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Standing on the beach at the southern rim of the country, a small group huddled around her, Norma Villegas peered through a set of binoculars. She fixed her gaze on two women, standing side by side. One was gesturing sign language.
“This is Lourdes Ramirez,” Villegas said, translating what she saw through the binoculars. “She likes music.”
A couple of hundred feet away, across two fences and a forbidden zone that now separates the United States from its neighbor, stood Ramirez, on a paved platform atop a raised mound of Mexican earth. She spoke to Carla Izaguirre, whose hands relayed her words for the people on the other side.
In the United States, the message received, Villegas set down her binoculars and raised her hands. Across the border, Izaguirre lowered her eyes onto a tripod-mounted monocular and looked.
Villegas started gesturing, slowly.
She introduced one of the women standing beside her. “This is Nicole Ramos,” Villegas said aloud, translating her hands for the rest of the group. “She likes to eat.”
Villegas raised her binoculars. A pause. “Eat what?” came the response from abroad.
“Food!” Ramos said, chuckling. “Food,” Villegas relayed. Another pause.
“Are you happy in San Diego?” Ramirez asked.
“My body is here, but my heart is there in Tijuana,” Ramos said.
“But are you happy?”
“Yes,” Ramos said. “Are you happy?” Another pause. A kite grounded on Mexican sand caught American wind, precariously close to becoming contraband.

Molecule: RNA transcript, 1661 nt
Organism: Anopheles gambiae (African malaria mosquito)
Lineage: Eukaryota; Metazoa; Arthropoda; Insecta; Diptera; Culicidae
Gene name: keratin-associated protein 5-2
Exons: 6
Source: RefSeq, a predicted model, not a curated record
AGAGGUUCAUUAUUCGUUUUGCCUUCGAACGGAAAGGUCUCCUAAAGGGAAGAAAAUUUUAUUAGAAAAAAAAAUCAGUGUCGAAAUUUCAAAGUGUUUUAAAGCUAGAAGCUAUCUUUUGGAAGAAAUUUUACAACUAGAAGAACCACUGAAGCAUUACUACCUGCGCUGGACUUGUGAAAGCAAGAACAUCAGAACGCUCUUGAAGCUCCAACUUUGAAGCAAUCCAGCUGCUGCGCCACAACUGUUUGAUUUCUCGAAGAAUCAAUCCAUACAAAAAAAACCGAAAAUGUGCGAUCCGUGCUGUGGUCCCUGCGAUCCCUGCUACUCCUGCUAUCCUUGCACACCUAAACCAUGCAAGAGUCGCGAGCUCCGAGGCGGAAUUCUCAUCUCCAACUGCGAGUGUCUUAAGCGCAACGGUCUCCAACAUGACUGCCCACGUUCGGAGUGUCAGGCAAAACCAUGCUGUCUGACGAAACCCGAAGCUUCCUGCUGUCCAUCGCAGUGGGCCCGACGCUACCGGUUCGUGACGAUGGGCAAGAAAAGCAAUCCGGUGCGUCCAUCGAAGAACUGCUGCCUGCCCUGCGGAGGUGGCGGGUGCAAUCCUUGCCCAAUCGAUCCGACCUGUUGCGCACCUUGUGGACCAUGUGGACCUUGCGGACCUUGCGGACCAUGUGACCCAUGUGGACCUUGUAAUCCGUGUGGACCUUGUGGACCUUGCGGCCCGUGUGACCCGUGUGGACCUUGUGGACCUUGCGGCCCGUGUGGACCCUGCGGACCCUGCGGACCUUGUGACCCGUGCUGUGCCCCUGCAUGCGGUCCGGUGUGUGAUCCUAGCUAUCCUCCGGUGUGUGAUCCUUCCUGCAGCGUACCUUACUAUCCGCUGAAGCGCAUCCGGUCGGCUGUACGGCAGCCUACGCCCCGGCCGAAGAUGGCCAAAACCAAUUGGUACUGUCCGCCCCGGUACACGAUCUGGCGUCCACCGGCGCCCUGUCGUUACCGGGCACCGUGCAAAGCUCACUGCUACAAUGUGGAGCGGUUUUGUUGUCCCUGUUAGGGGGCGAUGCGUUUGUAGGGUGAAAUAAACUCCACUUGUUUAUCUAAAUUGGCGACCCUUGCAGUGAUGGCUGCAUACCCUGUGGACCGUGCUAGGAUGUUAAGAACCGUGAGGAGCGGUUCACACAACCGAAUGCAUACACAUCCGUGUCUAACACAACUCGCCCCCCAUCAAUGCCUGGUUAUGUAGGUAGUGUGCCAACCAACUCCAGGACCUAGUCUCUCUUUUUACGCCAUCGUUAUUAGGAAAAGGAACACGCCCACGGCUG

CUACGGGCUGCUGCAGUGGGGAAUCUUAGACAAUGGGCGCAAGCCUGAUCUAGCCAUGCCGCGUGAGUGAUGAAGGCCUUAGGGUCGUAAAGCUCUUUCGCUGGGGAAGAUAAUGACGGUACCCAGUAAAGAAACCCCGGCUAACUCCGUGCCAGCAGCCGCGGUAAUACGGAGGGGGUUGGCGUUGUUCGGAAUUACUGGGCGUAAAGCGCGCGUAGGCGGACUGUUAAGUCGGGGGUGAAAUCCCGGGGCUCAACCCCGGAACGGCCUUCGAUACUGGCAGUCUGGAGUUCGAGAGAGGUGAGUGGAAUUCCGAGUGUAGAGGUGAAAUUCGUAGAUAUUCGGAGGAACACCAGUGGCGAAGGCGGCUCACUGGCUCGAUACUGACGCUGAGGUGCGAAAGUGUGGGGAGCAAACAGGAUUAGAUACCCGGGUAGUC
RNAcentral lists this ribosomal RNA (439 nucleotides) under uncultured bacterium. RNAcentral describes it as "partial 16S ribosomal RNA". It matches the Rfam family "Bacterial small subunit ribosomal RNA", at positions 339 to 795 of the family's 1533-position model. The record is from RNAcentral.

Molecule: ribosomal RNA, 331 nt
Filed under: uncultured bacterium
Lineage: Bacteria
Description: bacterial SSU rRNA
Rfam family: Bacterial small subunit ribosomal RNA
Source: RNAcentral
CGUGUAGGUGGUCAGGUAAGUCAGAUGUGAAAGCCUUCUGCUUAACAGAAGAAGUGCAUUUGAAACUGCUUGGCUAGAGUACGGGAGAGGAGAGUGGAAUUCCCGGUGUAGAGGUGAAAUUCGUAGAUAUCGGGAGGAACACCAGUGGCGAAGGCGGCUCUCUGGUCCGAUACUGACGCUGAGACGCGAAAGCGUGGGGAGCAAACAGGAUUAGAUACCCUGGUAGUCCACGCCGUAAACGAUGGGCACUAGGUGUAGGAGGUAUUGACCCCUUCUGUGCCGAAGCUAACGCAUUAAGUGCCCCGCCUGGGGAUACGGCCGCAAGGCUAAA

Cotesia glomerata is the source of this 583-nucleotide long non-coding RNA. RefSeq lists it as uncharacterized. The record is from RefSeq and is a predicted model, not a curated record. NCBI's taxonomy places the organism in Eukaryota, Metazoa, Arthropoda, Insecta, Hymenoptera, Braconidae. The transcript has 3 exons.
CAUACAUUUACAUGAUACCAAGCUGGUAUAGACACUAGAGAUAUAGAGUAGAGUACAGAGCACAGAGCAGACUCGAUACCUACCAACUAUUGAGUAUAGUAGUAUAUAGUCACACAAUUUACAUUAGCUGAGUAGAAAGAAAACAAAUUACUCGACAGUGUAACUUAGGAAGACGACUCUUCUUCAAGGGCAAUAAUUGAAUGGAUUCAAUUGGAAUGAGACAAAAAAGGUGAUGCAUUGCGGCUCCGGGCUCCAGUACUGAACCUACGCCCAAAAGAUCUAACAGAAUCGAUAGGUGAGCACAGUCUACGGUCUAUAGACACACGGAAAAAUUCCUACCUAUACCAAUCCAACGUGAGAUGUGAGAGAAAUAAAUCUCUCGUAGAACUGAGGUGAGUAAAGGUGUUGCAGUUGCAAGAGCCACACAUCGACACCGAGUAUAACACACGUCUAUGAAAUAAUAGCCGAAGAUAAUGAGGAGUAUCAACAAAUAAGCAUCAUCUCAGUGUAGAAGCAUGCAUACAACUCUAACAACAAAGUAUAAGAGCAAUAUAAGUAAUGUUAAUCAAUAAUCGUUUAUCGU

“Of course!” Ramirez said.
San Diego’s border fence has grown longer, taller, and thicker in recent months. At Friendship Park in Imperial Beach, where two edges once met, a second wall on the U.S. side now blocks access to one of the few sites along the border where friends and families separated by the fence have for years convened to chat, share lunch, or graze cheeks and fingers through its mesh.
Loved ones still come to Friendship Park, but since February, they can’t touch. Though they can shout across the gap between the fences they call “no-man’s land,” they can’t converse.
To wall supporters, the contact is an unfortunate casualty of necessary border enforcement. Migrants will still find their way across, opponents say.
A group of activists says communication will, too.
They’ve tried, with some difficulty, to keep the cross-border conversation going. They call communication a natural phenomenon, not bounded by international boundaries. Like border smugglers, they have gotten creative to maintain the flow.
Where members of the Border Meetup Group once hosted language exchanges and poetry readings at the fence, they now build giant sound disks on either side to transmit their voices. Where they once planted a bi-national garden, they now translate from English, to American sign language, to Mexican sign language, to Spanish, and back.
It would seem an unusual degree of trouble. Families visiting Friendship Park, now separated by several yards more, have settled for using cell phones and walkie-talkies as they linger for hours, looking at each other across the gap.